11- Step-by-Step Guide: Creating Custom Forms with Django


2 min read

Are you looking to create a custom form for your website or application? Look no further than this step-by-step guide on how to create a form using Django. With clear instructions and code examples, you'll be able to create a form and display the results in no time.

Edit our poll detail template ("polls/detail.html") to be:

<form action="{% url 'polls:vote' question.id %}" method="post">
{% csrf_token %}
    <legend><h1>{{ question.question_text }}</h1></legend>
    {% if error_message %}<p><strong>{{ error_message }}</strong></p>{% endif %}
    {% for choice in question.choice_set.all %}
        <input type="radio" name="choice" id="choice{{ forloop.counter }}" value="{{ choice.id }}">
        <label for="choice{{ forloop.counter }}">{{ choice.choice_text }}</label><br>
    {% endfor %}
<input type="submit" value="Vote">

Now, create a "polls/templates/polls/results.html" template and add the following code to it:

<h1>{{ question.question_text }}</h1>

{% for choice in question.choice_set.all %}
    <li>{{ choice.choice_text }} -- {{ choice.votes }} vote{{ choice.votes|pluralize }}</li>
{% endfor %}

<a href="{% url 'polls:detail' question.id %}">Vote again?</a>

Next, go to "/polls/1/" in your browser and vote in the question. You should see a results page that gets updated each time you vote.

Open the "polls/urls.py" URLconf and change it like so:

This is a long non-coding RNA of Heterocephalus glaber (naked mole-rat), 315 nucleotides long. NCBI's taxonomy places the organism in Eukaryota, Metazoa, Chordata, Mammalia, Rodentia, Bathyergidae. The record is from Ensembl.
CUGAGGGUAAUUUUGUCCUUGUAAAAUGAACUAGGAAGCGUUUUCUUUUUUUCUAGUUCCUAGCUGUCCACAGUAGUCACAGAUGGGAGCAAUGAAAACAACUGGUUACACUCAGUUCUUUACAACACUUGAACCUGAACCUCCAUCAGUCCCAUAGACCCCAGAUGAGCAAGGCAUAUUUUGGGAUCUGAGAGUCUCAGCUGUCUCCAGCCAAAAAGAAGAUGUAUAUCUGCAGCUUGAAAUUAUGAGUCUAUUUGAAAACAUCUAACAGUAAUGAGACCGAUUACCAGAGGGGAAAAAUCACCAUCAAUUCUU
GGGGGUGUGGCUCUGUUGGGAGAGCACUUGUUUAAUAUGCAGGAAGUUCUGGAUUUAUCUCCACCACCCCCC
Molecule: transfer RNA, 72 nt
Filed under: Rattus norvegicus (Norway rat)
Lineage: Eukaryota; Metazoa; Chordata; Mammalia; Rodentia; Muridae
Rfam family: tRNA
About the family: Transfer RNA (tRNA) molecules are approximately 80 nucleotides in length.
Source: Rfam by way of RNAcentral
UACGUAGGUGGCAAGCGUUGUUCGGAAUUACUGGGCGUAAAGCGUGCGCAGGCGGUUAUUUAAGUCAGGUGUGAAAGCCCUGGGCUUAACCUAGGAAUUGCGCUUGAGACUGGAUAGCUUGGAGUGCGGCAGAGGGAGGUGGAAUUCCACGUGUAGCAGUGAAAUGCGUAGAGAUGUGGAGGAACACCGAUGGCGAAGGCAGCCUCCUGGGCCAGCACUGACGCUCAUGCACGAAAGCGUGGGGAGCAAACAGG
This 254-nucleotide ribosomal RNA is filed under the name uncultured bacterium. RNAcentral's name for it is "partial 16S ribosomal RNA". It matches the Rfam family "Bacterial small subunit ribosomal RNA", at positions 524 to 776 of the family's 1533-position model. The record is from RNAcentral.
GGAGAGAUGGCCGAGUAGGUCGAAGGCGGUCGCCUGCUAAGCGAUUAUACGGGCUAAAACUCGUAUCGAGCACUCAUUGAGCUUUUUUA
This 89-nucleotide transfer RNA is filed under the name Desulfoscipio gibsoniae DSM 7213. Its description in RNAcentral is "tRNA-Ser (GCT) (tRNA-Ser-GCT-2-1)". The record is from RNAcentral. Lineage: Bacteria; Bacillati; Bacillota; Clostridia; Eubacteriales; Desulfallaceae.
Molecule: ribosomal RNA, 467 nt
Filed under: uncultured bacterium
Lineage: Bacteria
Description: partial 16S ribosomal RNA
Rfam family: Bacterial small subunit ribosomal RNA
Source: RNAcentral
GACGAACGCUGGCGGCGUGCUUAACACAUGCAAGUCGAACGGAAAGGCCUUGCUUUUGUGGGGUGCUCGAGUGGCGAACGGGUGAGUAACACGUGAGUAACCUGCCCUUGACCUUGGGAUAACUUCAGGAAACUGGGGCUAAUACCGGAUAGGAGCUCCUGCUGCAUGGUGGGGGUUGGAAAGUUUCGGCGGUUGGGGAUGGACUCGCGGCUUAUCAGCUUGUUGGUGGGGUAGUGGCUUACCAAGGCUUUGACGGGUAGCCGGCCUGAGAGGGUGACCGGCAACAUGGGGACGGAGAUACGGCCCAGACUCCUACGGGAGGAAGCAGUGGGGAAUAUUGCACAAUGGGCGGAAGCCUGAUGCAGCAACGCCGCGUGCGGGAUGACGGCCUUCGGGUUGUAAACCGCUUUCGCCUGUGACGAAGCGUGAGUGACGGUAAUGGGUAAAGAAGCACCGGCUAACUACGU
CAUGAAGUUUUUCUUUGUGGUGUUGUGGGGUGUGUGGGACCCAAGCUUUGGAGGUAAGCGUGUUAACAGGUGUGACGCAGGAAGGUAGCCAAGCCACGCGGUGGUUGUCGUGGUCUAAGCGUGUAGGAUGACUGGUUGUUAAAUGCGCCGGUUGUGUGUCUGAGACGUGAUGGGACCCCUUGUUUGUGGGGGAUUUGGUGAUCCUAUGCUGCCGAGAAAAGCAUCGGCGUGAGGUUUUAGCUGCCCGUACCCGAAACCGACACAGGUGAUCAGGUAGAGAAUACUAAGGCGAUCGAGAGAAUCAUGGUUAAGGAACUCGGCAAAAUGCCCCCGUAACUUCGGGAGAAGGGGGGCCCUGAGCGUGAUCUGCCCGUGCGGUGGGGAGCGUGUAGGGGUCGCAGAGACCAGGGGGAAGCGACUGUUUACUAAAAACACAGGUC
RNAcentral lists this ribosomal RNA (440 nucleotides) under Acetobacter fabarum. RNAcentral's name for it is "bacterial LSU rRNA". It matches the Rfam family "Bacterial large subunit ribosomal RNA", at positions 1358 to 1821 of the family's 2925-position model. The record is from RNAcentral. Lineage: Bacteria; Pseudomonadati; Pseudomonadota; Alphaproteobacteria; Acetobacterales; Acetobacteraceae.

from django.urls import path

from . import views

app_name = 'polls'
urlpatterns = [    path('', views.IndexView.as_view(), name='index'),    path('<int:pk>/', views.DetailView.as_view(), name='detail'),    path('<int:pk>/results/', views.ResultsView.as_view(), name='results'),    path('<int:question_id>/vote/', views.vote, name='vote'),]

To use Django's generic views, open the "polls/views.py" file and change it like so:

from django.http import HttpResponseRedirect
from django.shortcuts import get_object_or_404, render
from django.urls import reverse
from django.views import generic

from .models import Choice, Question

class IndexView(generic.ListView):
    template_name = 'polls/index.html'
    context_object_name = 'latest_question_list'

    def get_queryset(self):
        """Return the last five published questions."""
        return Question.objects.order_by('-pub_date')[:5]

class DetailView(generic.DetailView):
    model = Question
    template_name = 'polls/detail.html'

class ResultsView(generic.DetailView):
    model = Question
    template_name = 'polls/results.html'
def vote(request, question_id):
    question = get_object_or_404(Question, pk=question_id)
        selected_choice = question.choice_set.get(pk=request.POST['choice'])
    except (KeyError, Choice.DoesNotExist):
        # Redisplay the question voting form.
        return render(request, 'polls/detail.html', {
            'question': question,
            'error_message': "You didn't select a choice.",
        selected_choice.votes += 1
        # Always return an HttpResponseRedirect after successfully dealing
        # with POST data. This prevents data from being posted twice if a
        # user hits the Back button.
        return HttpResponseRedirect(reverse('polls:results', args=(question.id,)))

In conclusion, this article provides a step-by-step guide on how to create a custom form using Django for a website or application. It includes clear instructions and code examples, making it easy for readers to follow along and create their own form. Additionally, it suggests using Django's generic views for a more efficient process. Overall, this article is a helpful resource for those looking to create a custom form for their project.

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